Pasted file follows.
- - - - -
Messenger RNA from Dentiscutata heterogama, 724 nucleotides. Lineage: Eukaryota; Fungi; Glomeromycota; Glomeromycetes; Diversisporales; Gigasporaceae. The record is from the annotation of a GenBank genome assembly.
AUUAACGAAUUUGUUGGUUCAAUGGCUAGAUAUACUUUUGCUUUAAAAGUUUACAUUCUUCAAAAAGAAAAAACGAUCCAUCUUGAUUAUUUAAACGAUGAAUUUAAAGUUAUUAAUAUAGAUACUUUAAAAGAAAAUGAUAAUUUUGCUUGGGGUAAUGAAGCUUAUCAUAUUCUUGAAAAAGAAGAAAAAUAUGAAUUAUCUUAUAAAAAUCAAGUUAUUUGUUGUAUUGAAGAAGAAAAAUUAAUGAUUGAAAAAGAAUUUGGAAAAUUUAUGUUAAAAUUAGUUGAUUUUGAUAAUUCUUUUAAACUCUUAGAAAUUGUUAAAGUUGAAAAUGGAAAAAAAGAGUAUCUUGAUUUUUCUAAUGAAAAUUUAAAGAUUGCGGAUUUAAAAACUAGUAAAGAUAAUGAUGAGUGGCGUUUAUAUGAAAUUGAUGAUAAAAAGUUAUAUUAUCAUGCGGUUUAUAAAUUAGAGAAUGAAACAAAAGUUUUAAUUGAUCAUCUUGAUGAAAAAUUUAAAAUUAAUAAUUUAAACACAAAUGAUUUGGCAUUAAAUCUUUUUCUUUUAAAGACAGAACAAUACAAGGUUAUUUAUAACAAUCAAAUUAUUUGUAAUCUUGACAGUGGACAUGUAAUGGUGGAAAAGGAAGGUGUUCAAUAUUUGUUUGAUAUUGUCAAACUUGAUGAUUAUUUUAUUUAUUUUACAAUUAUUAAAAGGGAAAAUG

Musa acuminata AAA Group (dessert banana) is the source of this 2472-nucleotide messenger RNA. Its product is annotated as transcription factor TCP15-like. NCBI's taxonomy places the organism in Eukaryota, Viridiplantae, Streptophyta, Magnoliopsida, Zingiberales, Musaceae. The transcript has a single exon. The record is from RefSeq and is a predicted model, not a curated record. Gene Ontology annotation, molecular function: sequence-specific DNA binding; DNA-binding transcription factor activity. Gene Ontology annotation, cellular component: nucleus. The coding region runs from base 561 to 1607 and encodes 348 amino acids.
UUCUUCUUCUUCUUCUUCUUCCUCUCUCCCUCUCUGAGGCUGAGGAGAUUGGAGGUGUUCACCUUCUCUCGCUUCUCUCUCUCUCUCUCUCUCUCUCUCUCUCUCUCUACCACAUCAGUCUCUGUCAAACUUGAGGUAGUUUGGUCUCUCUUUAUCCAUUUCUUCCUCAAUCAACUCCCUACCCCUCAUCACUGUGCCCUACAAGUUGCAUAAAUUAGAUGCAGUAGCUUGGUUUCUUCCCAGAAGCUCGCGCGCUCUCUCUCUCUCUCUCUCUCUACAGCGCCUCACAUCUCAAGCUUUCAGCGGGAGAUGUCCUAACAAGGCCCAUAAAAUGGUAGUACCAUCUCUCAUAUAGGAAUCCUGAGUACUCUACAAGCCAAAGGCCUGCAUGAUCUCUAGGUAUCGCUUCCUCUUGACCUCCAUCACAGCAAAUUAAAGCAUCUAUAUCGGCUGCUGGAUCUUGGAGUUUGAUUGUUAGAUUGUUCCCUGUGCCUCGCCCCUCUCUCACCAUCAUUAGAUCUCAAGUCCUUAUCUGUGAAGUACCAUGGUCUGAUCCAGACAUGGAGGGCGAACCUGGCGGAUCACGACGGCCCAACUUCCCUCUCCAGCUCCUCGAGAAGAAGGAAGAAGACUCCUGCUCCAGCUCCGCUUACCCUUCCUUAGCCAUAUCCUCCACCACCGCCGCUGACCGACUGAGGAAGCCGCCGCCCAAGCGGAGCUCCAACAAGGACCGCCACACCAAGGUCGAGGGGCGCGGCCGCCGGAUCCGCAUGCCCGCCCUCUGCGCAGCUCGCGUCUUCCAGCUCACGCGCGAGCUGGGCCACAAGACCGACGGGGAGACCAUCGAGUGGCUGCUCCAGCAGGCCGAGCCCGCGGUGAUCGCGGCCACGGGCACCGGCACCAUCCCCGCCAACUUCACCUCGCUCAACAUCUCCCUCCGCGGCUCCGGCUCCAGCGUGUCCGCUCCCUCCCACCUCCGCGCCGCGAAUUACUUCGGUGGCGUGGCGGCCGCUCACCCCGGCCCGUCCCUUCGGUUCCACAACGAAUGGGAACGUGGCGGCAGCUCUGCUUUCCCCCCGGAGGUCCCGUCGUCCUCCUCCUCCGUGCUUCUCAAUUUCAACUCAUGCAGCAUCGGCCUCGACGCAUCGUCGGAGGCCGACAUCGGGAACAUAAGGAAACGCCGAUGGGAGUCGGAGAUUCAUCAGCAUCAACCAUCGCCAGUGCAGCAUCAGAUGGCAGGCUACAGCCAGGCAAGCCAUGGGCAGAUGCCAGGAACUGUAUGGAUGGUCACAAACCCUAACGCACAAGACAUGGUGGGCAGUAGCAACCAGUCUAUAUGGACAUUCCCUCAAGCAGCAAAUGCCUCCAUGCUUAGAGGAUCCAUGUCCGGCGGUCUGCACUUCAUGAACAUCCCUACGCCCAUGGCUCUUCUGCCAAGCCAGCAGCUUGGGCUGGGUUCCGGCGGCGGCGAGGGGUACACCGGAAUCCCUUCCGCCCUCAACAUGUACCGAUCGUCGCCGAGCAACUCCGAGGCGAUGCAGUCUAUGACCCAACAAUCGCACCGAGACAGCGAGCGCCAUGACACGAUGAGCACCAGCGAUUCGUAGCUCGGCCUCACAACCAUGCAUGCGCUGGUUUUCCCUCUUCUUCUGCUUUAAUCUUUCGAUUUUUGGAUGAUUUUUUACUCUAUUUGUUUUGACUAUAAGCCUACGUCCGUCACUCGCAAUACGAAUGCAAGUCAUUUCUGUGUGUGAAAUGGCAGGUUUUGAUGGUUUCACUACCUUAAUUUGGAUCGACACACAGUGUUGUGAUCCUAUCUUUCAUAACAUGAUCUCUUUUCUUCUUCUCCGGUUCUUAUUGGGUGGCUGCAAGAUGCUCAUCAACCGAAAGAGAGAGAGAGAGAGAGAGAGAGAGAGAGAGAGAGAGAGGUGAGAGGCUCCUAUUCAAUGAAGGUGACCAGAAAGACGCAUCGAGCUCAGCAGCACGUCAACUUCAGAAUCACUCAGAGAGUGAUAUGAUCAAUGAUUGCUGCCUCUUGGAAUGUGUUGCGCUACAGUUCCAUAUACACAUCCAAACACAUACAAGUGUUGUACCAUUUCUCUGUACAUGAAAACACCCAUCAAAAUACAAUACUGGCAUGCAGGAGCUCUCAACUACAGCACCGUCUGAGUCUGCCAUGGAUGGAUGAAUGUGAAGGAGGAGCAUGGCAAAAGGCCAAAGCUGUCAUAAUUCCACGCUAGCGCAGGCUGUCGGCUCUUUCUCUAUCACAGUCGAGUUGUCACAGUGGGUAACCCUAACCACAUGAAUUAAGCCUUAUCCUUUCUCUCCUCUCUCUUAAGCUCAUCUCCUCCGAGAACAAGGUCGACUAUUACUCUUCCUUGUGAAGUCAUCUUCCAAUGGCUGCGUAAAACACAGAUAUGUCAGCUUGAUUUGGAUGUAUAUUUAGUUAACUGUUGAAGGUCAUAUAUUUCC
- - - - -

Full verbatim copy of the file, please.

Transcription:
Messenger RNA from Dentiscutata heterogama, 724 nucleotides. Lineage: Eukaryota; Fungi; Glomeromycota; Glomeromycetes; Diversisporales; Gigasporaceae. The record is from the annotation of a GenBank genome assembly.
AUUAACGAAUUUGUUGGUUCAAUGGCUAGAUAUACUUUUGCUUUAAAAGUUUACAUUCUUCAAAAAGAAAAAACGAUCCAUCUUGAUUAUUUAAACGAUGAAUUUAAAGUUAUUAAUAUAGAUACUUUAAAAGAAAAUGAUAAUUUUGCUUGGGGUAAUGAAGCUUAUCAUAUUCUUGAAAAAGAAGAAAAAUAUGAAUUAUCUUAUAAAAAUCAAGUUAUUUGUUGUAUUGAAGAAGAAAAAUUAAUGAUUGAAAAAGAAUUUGGAAAAUUUAUGUUAAAAUUAGUUGAUUUUGAUAAUUCUUUUAAACUCUUAGAAAUUGUUAAAGUUGAAAAUGGAAAAAAAGAGUAUCUUGAUUUUUCUAAUGAAAAUUUAAAGAUUGCGGAUUUAAAAACUAGUAAAGAUAAUGAUGAGUGGCGUUUAUAUGAAAUUGAUGAUAAAAAGUUAUAUUAUCAUGCGGUUUAUAAAUUAGAGAAUGAAACAAAAGUUUUAAUUGAUCAUCUUGAUGAAAAAUUUAAAAUUAAUAAUUUAAACACAAAUGAUUUGGCAUUAAAUCUUUUUCUUUUAAAGACAGAACAAUACAAGGUUAUUUAUAACAAUCAAAUUAUUUGUAAUCUUGACAGUGGACAUGUAAUGGUGGAAAAGGAAGGUGUUCAAUAUUUGUUUGAUAUUGUCAAACUUGAUGAUUAUUUUAUUUAUUUUACAAUUAUUAAAAGGGAAAAUG

Musa acuminata AAA Group (dessert banana) is the source of this 2472-nucleotide messenger RNA. Its product is annotated as transcription factor TCP15-like. NCBI's taxonomy places the organism in Eukaryota, Viridiplantae, Streptophyta, Magnoliopsida, Zingiberales, Musaceae. The transcript has a single exon. The record is from RefSeq and is a predicted model, not a curated record. Gene Ontology annotation, molecular function: sequence-specific DNA binding; DNA-binding transcription factor activity. Gene Ontology annotation, cellular component: nucleus. The coding region runs from base 561 to 1607 and encodes 348 amino acids.
UUCUUCUUCUUCUUCUUCUUCCUCUCUCCCUCUCUGAGGCUGAGGAGAUUGGAGGUGUUCACCUUCUCUCGCUUCUCUCUCUCUCUCUCUCUCUCUCUCUCUCUCUCUACCACAUCAGUCUCUGUCAAACUUGAGGUAGUUUGGUCUCUCUUUAUCCAUUUCUUCCUCAAUCAACUCCCUACCCCUCAUCACUGUGCCCUACAAGUUGCAUAAAUUAGAUGCAGUAGCUUGGUUUCUUCCCAGAAGCUCGCGCGCUCUCUCUCUCUCUCUCUCUCUACAGCGCCUCACAUCUCAAGCUUUCAGCGGGAGAUGUCCUAACAAGGCCCAUAAAAUGGUAGUACCAUCUCUCAUAUAGGAAUCCUGAGUACUCUACAAGCCAAAGGCCUGCAUGAUCUCUAGGUAUCGCUUCCUCUUGACCUCCAUCACAGCAAAUUAAAGCAUCUAUAUCGGCUGCUGGAUCUUGGAGUUUGAUUGUUAGAUUGUUCCCUGUGCCUCGCCCCUCUCUCACCAUCAUUAGAUCUCAAGUCCUUAUCUGUGAAGUACCAUGGUCUGAUCCAGACAUGGAGGGCGAACCUGGCGGAUCACGACGGCCCAACUUCCCUCUCCAGCUCCUCGAGAAGAAGGAAGAAGACUCCUGCUCCAGCUCCGCUUACCCUUCCUUAGCCAUAUCCUCCACCACCGCCGCUGACCGACUGAGGAAGCCGCCGCCCAAGCGGAGCUCCAACAAGGACCGCCACACCAAGGUCGAGGGGCGCGGCCGCCGGAUCCGCAUGCCCGCCCUCUGCGCAGCUCGCGUCUUCCAGCUCACGCGCGAGCUGGGCCACAAGACCGACGGGGAGACCAUCGAGUGGCUGCUCCAGCAGGCCGAGCCCGCGGUGAUCGCGGCCACGGGCACCGGCACCAUCCCCGCCAACUUCACCUCGCUCAACAUCUCCCUCCGCGGCUCCGGCUCCAGCGUGUCCGCUCCCUCCCACCUCCGCGCCGCGAAUUACUUCGGUGGCGUGGCGGCCGCUCACCCCGGCCCGUCCCUUCGGUUCCACAACGAAUGGGAACGUGGCGGCAGCUCUGCUUUCCCCCCGGAGGUCCCGUCGUCCUCCUCCUCCGUGCUUCUCAAUUUCAACUCAUGCAGCAUCGGCCUCGACGCAUCGUCGGAGGCCGACAUCGGGAACAUAAGGAAACGCCGAUGGGAGUCGGAGAUUCAUCAGCAUCAACCAUCGCCAGUGCAGCAUCAGAUGGCAGGCUACAGCCAGGCAAGCCAUGGGCAGAUGCCAGGAACUGUAUGGAUGGUCACAAACCCUAACGCACAAGACAUGGUGGGCAGUAGCAACCAGUCUAUAUGGACAUUCCCUCAAGCAGCAAAUGCCUCCAUGCUUAGAGGAUCCAUGUCCGGCGGUCUGCACUUCAUGAACAUCCCUACGCCCAUGGCUCUUCUGCCAAGCCAGCAGCUUGGGCUGGGUUCCGGCGGCGGCGAGGGGUACACCGGAAUCCCUUCCGCCCUCAACAUGUACCGAUCGUCGCCGAGCAACUCCGAGGCGAUGCAGUCUAUGACCCAACAAUCGCACCGAGACAGCGAGCGCCAUGACACGAUGAGCACCAGCGAUUCGUAGCUCGGCCUCACAACCAUGCAUGCGCUGGUUUUCCCUCUUCUUCUGCUUUAAUCUUUCGAUUUUUGGAUGAUUUUUUACUCUAUUUGUUUUGACUAUAAGCCUACGUCCGUCACUCGCAAUACGAAUGCAAGUCAUUUCUGUGUGUGAAAUGGCAGGUUUUGAUGGUUUCACUACCUUAAUUUGGAUCGACACACAGUGUUGUGAUCCUAUCUUUCAUAACAUGAUCUCUUUUCUUCUUCUCCGGUUCUUAUUGGGUGGCUGCAAGAUGCUCAUCAACCGAAAGAGAGAGAGAGAGAGAGAGAGAGAGAGAGAGAGAGAGAGGUGAGAGGCUCCUAUUCAAUGAAGGUGACCAGAAAGACGCAUCGAGCUCAGCAGCACGUCAACUUCAGAAUCACUCAGAGAGUGAUAUGAUCAAUGAUUGCUGCCUCUUGGAAUGUGUUGCGCUACAGUUCCAUAUACACAUCCAAACACAUACAAGUGUUGUACCAUUUCUCUGUACAUGAAAACACCCAUCAAAAUACAAUACUGGCAUGCAGGAGCUCUCAACUACAGCACCGUCUGAGUCUGCCAUGGAUGGAUGAAUGUGAAGGAGGAGCAUGGCAAAAGGCCAAAGCUGUCAUAAUUCCACGCUAGCGCAGGCUGUCGGCUCUUUCUCUAUCACAGUCGAGUUGUCACAGUGGGUAACCCUAACCACAUGAAUUAAGCCUUAUCCUUUCUCUCCUCUCUCUUAAGCUCAUCUCCUCCGAGAACAAGGUCGACUAUUACUCUUCCUUGUGAAGUCAUCUUCCAAUGGCUGCGUAAAACACAGAUAUGUCAGCUUGAUUUGGAUGUAUAUUUAGUUAACUGUUGAAGGUCAUAUAUUUCC